On Wednesday I will be a guest on #CreditChat with @Experian on the subject of “Financial Tips I Would Give My Younger Self”. This is something that I think about a lot and a subject I am passionate about. As many of you know, 17 years ago I was a single mom, $200,000 in debt making $10,000 a year. It became so bad that I ultimately filed for bankruptcy.
On a daily basis, when it comes to my finances, I have two choices: to live in the past and all of the bad choices I made or live in the future and learn & teach what I have learned so that no one else has to make the same mistakes. Most days I have chosen to do the latter. This is why I love sharing what I like to call “What I Know for Certain”. There are so many things that I have learned about money and about life in the last 17 years that I always wish I could hop in a time machine and tell my younger self. But since that isn’t possible, I have chosen to learn and to pass on what I know for certain to anyone who will listen. I would like to share a few with you today as a preview of the chat on Wednesday.
Money is not infinite nor guaranteed – I never personally had to see my parents go through a down time with their finances. They did, but it was when they first married and were just getting started. They always had great steady jobs and always handled their money properly – by giving 10%, saving at least 10% (usually more) and living on what was left. They never went into debt for anything. Because of this awesome example that I had, I believed that life would be perfect as long as I did what I was supposed to. The problem was I didn’t know what to do.
What I know for certain is that money is not infinite (always there and available no matter how much you need) nor is it guaranteed. You never know what life will bring you. I believe that my parents always did well because of the choices they made and the preparations they made in case something didn’t go as planned. When something came up, it was just a slight inconvenience instead of a total melt down like it was for me. I wasn’t as prepared for those moments when there was a job loss or an emergency. Instead I had mortgaged my future by having debt; therefore, making it much harder for me when something happened. I actually had better opportunities than my parents did, but I didn’t handle them the same way. Therefore my results were much worse.
Debt isn’t a given – Today young people are being told that you must have a credit score in order to exist and the only way to get one is by going into debt. They are also told that student loans and car loans are “good” debt when the reality is no debt is good. Debt is a burden, makes you a prisoner to the people you owe the money to and mortgages your future earnings which, as mentioned above, are not guaranteed.
What I know for certain is that debt is not a given. You can live a perfectly good life without one ounce of debt. A great credit score is a great thing to have, but you can get one by never going one dollar into debt. You see, debt is owing more than you have; credit is a form of payment. You can use credit cards and pay them in full and have a stellar score. When I started my adult life, I tried to have everything my parents had worked 20 plus years to have. The only problem was the only way I could do it was with debt. This is why I ended up where I did. At first after I filed for bankruptcy, I didn’t use any form of credit for two reasons: one is my score was so bad I couldn’t get any and the other is I knew I needed to build my financial muscles before I tried again. Now I have 3 credit cards which I pay off every month. This along with cleaning up my past debts have taken my credit score from very poor to great. Debt is not a given.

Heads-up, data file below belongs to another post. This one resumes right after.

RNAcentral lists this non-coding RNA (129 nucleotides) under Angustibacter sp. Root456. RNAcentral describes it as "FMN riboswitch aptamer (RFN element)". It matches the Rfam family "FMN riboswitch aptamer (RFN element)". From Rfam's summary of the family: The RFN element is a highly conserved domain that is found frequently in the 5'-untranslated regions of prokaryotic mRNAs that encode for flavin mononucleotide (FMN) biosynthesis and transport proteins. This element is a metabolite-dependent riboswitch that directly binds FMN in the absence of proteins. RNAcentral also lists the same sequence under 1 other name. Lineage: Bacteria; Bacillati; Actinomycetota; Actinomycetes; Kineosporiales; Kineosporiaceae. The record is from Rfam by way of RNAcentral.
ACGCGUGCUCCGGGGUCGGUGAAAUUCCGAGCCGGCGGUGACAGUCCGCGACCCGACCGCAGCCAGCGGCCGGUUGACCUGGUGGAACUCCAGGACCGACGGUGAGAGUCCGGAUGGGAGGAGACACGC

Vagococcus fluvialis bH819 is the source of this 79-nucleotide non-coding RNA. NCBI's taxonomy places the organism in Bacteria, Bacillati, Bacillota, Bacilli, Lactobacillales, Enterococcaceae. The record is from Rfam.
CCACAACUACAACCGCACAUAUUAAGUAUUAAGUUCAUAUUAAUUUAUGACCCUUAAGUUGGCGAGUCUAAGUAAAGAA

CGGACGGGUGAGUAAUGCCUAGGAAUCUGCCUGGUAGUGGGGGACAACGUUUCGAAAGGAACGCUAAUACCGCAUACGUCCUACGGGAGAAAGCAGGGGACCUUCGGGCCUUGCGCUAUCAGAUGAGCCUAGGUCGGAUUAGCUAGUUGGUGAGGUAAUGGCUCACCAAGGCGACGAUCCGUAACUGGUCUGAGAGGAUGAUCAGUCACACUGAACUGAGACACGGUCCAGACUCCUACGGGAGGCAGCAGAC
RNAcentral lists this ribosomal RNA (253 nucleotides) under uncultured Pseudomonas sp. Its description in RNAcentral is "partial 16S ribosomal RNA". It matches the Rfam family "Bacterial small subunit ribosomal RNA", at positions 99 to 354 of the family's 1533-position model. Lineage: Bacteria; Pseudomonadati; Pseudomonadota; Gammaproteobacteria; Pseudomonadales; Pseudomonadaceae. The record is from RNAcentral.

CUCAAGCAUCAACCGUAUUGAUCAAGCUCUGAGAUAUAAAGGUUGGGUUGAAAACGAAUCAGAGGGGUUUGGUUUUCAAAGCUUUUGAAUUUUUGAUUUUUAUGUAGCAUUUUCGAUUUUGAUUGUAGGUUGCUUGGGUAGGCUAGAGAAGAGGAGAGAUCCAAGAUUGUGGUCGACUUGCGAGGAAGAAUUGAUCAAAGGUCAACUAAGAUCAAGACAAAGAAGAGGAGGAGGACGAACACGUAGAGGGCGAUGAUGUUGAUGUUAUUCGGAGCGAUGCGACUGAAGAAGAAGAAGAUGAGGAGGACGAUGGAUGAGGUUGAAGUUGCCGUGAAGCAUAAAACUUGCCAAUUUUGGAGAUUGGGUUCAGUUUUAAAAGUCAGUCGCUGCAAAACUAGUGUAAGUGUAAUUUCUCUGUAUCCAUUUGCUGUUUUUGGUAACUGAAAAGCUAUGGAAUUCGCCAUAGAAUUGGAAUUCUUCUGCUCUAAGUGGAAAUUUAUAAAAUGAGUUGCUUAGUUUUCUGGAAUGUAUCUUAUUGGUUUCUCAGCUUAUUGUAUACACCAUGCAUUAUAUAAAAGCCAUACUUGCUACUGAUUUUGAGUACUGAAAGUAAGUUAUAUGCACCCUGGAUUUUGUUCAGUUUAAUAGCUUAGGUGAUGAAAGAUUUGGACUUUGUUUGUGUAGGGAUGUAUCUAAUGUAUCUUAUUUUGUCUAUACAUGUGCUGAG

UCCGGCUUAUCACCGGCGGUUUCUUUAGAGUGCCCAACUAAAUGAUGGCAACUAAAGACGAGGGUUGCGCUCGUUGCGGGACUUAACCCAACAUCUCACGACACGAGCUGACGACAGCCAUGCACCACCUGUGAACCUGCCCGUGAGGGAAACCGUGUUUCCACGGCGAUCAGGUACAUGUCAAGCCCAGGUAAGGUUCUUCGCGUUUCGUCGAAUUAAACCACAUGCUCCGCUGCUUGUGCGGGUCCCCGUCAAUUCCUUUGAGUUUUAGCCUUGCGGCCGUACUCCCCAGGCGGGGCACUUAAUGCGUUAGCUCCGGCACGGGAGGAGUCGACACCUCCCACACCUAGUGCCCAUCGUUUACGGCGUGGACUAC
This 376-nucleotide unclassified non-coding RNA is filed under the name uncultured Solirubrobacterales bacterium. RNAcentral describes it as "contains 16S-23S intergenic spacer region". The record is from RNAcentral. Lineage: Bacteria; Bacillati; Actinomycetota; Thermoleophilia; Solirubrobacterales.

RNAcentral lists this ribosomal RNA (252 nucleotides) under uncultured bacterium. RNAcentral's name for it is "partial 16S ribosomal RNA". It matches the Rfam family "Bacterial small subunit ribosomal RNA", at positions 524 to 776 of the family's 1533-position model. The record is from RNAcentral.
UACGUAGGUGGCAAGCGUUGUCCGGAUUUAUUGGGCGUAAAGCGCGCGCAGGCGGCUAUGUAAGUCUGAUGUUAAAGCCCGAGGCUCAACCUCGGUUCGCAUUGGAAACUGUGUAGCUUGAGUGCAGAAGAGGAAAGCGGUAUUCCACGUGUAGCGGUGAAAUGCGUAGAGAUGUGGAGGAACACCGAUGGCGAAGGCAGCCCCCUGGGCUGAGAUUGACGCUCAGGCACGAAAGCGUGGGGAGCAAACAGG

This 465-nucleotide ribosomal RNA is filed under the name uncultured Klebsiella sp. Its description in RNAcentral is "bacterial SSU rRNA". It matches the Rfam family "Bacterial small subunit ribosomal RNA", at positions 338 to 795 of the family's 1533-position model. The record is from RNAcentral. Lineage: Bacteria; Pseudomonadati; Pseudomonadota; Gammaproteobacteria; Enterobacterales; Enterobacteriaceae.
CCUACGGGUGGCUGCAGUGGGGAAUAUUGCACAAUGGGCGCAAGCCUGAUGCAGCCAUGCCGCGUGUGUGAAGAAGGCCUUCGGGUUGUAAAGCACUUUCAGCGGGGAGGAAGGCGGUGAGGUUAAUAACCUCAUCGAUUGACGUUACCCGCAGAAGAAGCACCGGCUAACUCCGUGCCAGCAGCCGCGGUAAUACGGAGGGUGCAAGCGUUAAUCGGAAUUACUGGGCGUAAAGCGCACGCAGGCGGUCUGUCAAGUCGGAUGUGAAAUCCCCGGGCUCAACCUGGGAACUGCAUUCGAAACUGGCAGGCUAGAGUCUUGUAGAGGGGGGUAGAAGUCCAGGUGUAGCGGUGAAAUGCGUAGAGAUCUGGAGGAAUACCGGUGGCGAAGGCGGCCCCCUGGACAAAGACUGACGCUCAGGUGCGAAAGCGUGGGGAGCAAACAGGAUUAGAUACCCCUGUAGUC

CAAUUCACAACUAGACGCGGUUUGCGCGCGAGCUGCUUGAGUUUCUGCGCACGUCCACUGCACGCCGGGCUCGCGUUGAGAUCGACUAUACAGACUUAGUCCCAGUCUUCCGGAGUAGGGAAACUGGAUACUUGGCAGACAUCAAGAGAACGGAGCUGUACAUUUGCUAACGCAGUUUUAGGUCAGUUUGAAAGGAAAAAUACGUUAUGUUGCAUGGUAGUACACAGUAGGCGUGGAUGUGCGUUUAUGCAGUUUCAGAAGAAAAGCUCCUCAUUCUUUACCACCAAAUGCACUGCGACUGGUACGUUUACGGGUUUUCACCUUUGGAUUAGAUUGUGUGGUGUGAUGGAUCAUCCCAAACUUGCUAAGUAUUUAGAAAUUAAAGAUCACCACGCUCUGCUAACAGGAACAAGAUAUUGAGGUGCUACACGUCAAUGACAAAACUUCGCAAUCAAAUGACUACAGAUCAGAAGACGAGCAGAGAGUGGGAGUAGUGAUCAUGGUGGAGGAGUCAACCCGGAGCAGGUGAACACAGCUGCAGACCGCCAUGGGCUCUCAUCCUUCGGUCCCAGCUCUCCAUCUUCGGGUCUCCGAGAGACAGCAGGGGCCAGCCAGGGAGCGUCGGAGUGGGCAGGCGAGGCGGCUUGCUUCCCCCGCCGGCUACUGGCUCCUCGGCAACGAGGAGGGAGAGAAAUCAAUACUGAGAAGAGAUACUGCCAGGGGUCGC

Happiness can’t be bought – Everyone has that thing, maybe two things, that make them happier than anything else. I didn’t sit down in my early life and figure out what that was for me. I look back and see where I was just chasing happiness like a dog chasing his tail. And for me, it always came back to money. If I had taken the time to know what really made me smile, I could have focused my goals and finances in that direction.
Happiness can’t be bought but you can use money to reach your goals and dreams. This is what financial freedom is all about. On my computer’s wallpaper is a picture of my vision board (what financial freedom means to me) and on that board are grandchildren, children, travel and a lake house with boat. 2 of those items do not cost me a dime and two of those items are built into our financial goals. Happiness isn’t paid for with a credit card; it is brought on by reaching your goals and dreams whether personal or financial.
These are just a few of the many things that I would tell my younger self if I had that time machine I spoke about earlier. But since I don’t, all I can do is make it my passion to share with others so that they never have to go through what I went through and they can start on their goals and dreams 20 years before I did.
To purchase any of Debbi’s book visit Amazon.
To purchase The ABC’s of Personal Finance DIY Program, visit Debbi’s website.
Find Debbi on Facebook and Twitter to join in the conversation.